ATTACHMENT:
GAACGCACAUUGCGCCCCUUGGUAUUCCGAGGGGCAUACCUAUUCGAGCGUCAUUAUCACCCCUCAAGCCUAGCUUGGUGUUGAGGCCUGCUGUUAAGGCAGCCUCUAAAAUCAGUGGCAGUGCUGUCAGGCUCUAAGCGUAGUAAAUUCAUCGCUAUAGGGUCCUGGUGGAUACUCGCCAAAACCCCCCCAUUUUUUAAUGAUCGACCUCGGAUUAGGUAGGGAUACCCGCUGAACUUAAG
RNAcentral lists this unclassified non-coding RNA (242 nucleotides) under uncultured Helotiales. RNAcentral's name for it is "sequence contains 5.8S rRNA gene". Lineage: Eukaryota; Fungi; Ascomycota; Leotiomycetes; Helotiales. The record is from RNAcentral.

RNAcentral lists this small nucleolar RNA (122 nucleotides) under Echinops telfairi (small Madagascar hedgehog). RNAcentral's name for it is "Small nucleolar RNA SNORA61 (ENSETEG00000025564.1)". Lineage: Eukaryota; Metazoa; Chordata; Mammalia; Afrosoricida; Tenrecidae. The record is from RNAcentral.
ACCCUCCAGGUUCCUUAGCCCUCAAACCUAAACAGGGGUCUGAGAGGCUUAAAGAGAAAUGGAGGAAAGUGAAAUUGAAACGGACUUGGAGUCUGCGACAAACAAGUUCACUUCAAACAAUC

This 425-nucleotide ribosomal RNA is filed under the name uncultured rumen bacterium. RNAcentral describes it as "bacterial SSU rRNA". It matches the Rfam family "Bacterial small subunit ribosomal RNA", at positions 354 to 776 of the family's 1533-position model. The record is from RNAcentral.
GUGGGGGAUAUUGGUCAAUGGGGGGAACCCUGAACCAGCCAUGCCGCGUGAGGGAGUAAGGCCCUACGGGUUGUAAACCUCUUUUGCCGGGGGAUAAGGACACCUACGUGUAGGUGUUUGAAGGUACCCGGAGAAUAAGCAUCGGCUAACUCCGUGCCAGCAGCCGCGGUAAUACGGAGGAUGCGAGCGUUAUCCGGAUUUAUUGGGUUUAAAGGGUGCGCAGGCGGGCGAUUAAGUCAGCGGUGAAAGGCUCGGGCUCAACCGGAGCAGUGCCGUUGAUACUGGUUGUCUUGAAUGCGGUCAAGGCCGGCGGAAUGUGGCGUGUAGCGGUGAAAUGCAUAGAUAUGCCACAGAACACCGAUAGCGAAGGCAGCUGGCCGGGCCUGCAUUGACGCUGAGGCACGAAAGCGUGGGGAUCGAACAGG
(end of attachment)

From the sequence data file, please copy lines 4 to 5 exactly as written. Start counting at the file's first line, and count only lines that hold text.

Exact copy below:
ACCCUCCAGGUUCCUUAGCCCUCAAACCUAAACAGGGGUCUGAGAGGCUUAAAGAGAAAUGGAGGAAAGUGAAAUUGAAACGGACUUGGAGUCUGCGACAAACAAGUUCACUUCAAACAAUC

This 425-nucleotide ribosomal RNA is filed under the name uncultured rumen bacterium. RNAcentral describes it as "bacterial SSU rRNA". It matches the Rfam family "Bacterial small subunit ribosomal RNA", at positions 354 to 776 of the family's 1533-position model. The record is from RNAcentral.